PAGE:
Signs of chronic kidney disease are present in close to 10 per cent of the Australian population, and this figure is rising, with around 30 per cent of Australians at risk of developing the condition in the future. That alone is staggering, but if you live in a rural area or you’re Aboriginal, the outlook is much worse.
Chronic kidney disease (CKD) – a condition characterised by the gradual loss of kidney function – affects people living in rural and remote areas at almost twice the rate of city dwellers. It affects Indigenous Australians at more than four times the rate.
In a country that invests so heavily in public health services, statistics like these beg the question, where are the gaps in the system?
One of the key challenges is that only about 10 per cent of sufferers know they have the condition, due to an absence of symptoms, particularly in the early stages. This makes them less likely to go to the doctor and makes doctors less likely to request kidney function tests in the first place.
In partnership with the WA Country Health Service, the WA Department of Health, the WA Primary Health Alliance, and the Digital Health CRC, Curtin Professor Suzanne Robinson is leading new research to better identify and manage CKD using health data analytics.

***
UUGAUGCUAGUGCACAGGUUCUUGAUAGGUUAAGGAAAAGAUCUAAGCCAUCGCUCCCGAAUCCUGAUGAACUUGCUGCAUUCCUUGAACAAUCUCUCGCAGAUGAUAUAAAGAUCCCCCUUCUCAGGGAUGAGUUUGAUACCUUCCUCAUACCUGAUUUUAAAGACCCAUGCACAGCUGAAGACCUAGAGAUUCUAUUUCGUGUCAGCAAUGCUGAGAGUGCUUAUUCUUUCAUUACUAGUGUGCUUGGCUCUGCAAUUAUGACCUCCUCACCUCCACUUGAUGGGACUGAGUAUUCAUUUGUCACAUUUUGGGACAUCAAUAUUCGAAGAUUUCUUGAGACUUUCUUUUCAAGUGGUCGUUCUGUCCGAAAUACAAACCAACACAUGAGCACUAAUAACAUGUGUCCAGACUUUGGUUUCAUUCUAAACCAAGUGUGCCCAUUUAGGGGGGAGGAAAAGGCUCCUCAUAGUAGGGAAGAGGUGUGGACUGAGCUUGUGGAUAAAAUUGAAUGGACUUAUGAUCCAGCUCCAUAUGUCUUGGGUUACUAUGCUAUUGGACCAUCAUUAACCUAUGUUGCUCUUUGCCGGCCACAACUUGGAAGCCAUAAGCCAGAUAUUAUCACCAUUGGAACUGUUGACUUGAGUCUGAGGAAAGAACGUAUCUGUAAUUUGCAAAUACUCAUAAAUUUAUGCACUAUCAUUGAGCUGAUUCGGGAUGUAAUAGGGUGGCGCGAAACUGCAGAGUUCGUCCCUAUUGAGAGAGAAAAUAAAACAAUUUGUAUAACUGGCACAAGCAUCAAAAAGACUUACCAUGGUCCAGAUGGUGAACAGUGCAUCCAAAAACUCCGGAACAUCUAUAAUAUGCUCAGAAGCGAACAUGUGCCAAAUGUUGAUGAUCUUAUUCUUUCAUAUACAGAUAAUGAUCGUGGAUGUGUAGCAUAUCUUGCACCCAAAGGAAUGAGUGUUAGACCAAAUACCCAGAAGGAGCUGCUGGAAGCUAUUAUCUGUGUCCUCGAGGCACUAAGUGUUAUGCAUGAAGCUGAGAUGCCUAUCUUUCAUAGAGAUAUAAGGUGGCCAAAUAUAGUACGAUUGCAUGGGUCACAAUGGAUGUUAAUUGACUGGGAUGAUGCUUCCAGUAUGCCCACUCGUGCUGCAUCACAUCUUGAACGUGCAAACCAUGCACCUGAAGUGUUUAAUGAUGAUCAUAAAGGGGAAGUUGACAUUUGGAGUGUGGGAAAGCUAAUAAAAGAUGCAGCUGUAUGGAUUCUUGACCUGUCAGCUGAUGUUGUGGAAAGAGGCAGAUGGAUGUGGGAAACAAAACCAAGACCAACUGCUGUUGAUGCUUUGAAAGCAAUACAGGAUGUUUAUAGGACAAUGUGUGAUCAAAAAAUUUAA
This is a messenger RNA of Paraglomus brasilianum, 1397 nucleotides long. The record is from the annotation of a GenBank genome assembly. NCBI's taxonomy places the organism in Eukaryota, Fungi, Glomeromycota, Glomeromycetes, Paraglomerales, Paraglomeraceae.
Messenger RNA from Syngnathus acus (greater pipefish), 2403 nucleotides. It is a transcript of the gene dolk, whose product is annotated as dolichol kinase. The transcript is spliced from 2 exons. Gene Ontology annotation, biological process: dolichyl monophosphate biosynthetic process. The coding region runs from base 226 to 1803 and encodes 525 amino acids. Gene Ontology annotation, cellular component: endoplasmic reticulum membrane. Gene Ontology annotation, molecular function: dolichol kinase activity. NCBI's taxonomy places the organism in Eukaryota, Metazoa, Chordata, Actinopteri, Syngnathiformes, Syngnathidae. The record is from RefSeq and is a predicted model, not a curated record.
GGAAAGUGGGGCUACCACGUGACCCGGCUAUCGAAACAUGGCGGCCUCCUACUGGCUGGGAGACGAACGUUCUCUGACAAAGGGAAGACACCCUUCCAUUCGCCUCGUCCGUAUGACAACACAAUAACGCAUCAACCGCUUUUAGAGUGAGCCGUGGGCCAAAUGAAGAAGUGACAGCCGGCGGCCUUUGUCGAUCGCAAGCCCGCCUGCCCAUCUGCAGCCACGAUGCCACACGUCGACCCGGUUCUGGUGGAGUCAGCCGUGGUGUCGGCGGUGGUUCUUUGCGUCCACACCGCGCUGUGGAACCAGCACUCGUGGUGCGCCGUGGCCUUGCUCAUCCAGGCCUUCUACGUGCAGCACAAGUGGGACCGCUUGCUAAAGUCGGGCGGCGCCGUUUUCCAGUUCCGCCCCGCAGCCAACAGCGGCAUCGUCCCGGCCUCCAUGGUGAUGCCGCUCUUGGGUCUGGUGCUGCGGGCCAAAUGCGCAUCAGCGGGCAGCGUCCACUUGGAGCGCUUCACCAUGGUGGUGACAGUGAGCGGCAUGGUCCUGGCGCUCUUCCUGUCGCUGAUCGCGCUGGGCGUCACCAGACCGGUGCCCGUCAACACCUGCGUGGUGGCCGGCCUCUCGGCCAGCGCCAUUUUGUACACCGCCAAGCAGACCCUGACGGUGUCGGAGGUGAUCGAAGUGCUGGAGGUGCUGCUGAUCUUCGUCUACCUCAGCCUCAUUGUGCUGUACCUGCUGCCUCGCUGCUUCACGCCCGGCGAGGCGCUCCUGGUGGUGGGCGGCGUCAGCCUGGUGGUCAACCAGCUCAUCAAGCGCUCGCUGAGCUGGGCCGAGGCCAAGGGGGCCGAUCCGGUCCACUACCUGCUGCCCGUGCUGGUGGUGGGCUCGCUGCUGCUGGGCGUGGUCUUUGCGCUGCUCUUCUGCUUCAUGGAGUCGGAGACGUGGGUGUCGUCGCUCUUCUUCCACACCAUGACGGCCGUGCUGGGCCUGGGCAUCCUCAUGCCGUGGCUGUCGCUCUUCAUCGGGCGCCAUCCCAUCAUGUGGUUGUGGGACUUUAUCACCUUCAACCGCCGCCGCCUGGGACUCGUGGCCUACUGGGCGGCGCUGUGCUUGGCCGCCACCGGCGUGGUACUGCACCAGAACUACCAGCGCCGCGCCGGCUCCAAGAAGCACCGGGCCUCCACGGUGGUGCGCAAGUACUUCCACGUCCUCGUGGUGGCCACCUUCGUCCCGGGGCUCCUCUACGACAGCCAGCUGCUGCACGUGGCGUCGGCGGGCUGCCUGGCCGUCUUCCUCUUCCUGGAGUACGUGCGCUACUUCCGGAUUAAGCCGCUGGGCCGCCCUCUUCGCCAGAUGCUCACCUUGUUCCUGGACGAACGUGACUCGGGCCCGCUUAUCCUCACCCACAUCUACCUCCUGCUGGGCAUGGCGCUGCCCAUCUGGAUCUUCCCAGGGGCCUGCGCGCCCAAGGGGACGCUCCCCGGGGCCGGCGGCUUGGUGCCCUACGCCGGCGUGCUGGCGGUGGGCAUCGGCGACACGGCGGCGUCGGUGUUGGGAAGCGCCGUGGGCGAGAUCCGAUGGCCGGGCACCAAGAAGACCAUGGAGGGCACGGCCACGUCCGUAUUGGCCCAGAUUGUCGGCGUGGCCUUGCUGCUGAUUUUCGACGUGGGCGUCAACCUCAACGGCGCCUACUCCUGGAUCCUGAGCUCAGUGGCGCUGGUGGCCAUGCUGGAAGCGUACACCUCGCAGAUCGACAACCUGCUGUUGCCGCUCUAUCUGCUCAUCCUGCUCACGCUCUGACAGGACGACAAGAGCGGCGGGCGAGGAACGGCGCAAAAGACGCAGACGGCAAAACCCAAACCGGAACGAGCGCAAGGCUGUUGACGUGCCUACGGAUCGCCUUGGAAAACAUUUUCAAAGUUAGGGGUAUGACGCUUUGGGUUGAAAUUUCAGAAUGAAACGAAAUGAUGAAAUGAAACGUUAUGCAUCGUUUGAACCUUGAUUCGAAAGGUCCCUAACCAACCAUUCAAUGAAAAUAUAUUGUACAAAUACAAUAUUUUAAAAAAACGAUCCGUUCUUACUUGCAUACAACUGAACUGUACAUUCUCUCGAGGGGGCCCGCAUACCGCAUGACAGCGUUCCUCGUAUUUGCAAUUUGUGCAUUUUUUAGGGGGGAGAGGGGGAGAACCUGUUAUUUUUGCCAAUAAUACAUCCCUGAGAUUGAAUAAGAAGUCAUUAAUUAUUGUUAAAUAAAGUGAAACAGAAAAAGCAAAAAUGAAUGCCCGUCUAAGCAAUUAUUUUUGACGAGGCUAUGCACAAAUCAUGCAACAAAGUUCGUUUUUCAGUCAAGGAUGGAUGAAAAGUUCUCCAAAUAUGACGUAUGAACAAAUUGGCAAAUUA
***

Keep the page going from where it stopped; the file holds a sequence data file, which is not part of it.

Robinson hopes this will generate new knowledge to alleviate the burden of CKD on both patients and the health economy.
The research uses data linkage and machine learning to mine existing health records, and will provide new insights into the risk factors associated with CKD, identifying the gaps in the system that are contributing to the rising burden of disease.
The data being analysed comes from blood test results and the information recorded when a patient enters the hospital. This paints a picture of the patient journey right from the very first onset of signs of poor kidney function, even before symptoms appear. It will be the events that happen in those very early stages that are key to new interventions.
“A main objective of the research is to identify the ways that we can intervene early, to prevent people developing CKD, or to delay their progression from early stage CKD to a more burdensome disease,” she says.
“The digital era has seen the collection of large amounts of data at the forefront of helping inform health policy, planning and patient support.”
The project is funded by the Digital Health Cooperative Research Centre, WA Country Health Services, WA Department of Health, WA Primary Health Alliance and Curtin University.
It will run for four years from 2020 to 2024.